Last week I had the pleasure of debating the role of social media in banking and finance with Nick Jones (Head of Digital Communications at Visa Europe) and Keith Lewis (Social Media Manager at Zurich) in the latest CIPR C-Suite podcast. Podcast host Russell Goldsmith has blogged about it here, and you can listen to the podcast on iTunes.
Social has transformed the way businesses engage with their customers and potential customers, and that’s as true in financial services as any other industry. Despite the three of us coming from quite different parts of financial services, we all felt that this is an exciting time for social in the sector.
Digital is now the primary way most of us access our banking services – I haven’t been in a branch or even phoned my bank in years – and social is a central part of that experience. So what lies ahead for social in the financial services sector? Let me jump on that year-end bandwagon and predict some trends for 2016…
Consolidating rather than innovating on platforms
As Nick commented on our podcast, when we were first getting into social four or five years ago, new channels would come along and everyone was happy to experiment for a month or two before disposing of it. Platforms would rise within weeks – and fall away even more quickly (who remembers Ello now?).
Social has grown up, and as it gains the attention of the c-suite there’s more demand to focus attention – and spend – on platforms that already have established audiences, ensuring these deliver tangible returns. Tolerance for experimentation will fall.
Fighting for attention on Facebook
Facebook recently rolled out its Instant Articles feature – which means users are served a version of content from Facebook’s servers, rather than directed to publishers’ own sites. Early indications show this could be a huge change to the way the internet giant directs traffic to websites outside of its own ‘walled garden’.
Commentators are widely predicting that Facebook’s algorithms will prioritise Instant Articles over links to websites. And while it’s traditional media publishers who are being courted to publish direct to Facebook now, brand publishers are the next logical extension. Expect to have to pay Facebook to get eyeballs on your blog content before long.
Banks finally embrace Instagram
2014-15 saw many brands dive into Instagram, but financial services firms have been slow to follow suit. Financial products are necessarily complicated – as are the regulatory demands to explain these in detail, which has led the sector to focus on long-form content.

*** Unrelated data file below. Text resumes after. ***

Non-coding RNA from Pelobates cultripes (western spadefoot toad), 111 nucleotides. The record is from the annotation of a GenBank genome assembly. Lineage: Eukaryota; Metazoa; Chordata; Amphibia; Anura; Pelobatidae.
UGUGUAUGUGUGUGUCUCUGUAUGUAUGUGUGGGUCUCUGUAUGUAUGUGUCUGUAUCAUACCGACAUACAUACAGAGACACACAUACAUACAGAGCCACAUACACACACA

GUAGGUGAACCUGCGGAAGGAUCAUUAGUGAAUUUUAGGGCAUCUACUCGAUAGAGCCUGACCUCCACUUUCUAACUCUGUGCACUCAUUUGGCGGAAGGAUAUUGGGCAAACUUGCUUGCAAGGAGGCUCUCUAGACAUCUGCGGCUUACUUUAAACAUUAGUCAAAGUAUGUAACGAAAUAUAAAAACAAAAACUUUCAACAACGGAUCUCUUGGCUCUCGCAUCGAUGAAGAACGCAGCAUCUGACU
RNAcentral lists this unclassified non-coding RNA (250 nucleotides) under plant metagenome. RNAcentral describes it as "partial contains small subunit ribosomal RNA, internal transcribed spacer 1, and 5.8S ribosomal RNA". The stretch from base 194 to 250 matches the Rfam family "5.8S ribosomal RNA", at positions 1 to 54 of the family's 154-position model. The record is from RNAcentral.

But people find finances complicated – scary, even – and snackable content provides a means by which we can demystify what we do. A few are starting to dip their toes in the water, most notably Capital One and American Express. In the coming year more banks, insurers and payment providers will switch to visual formats in order to make their products simpler and more appealing, particularly for millennials – learning from media and other industries how to boil down messaging for the format.
Making conversation to conversion seamless
The growth in mobile wallets means that in a couple of years payment has gone from being the most annoying part of any e-commerce experience, to being simple.
Twitter, Facebook, Pinterest and Instagram have introduced buy buttons, making social and mobile commerce integrated. App developers have monetisation front of mind, so that conversation leads seamlessly to conversion. FinServs are likely to get in on the game this year, using social to collect leads directly from apps.
Mobile wallets get social
Taking that one step further, mobile wallets are becoming even more integrated into IM 3.0 apps. This innovation has been driven from the East, with Chinese banks offering payment services within WeChat as long ago as 2013.
WeChat has continued to build more financial products into its offering, from merchant payments (a bit like Shopify) to a nascent Private Bank called WeBank.
This trend continues to spread across emerging markets – where people are less likely to have traditional bank accounts – with WeChat-powered payments breaking through in Africa.
This innovation could spread to mature (Western) markets in 2016, as tech firms become bigger players in the finance space. Millennials, in particular, don’t just expect to talk to their bank on social – but expect to be able to transact there too.
Keeping it real(time)
While the integration of transactional and lead generation features into a wide range of social platforms could allow financial firms to generate tangible income from social, at the same time it places greater demands on those managing social channels. Customers expect 24/7 presence for customer services, and the growth of channels like Periscope require community managers to be more responsive to spot and respond to issues.
2016 looks set to be a demanding year for social media managers in finance, with increased demands from both consumers – to respond and provide better and more integrated services – and from those in the boardroom to show value. But if we rise to the challenge, the year ahead could be when social grows up and becomes a transformational force in finance.
What do you think of my predictions? What do you think we’ll see in 2016? Let me know in the comments below.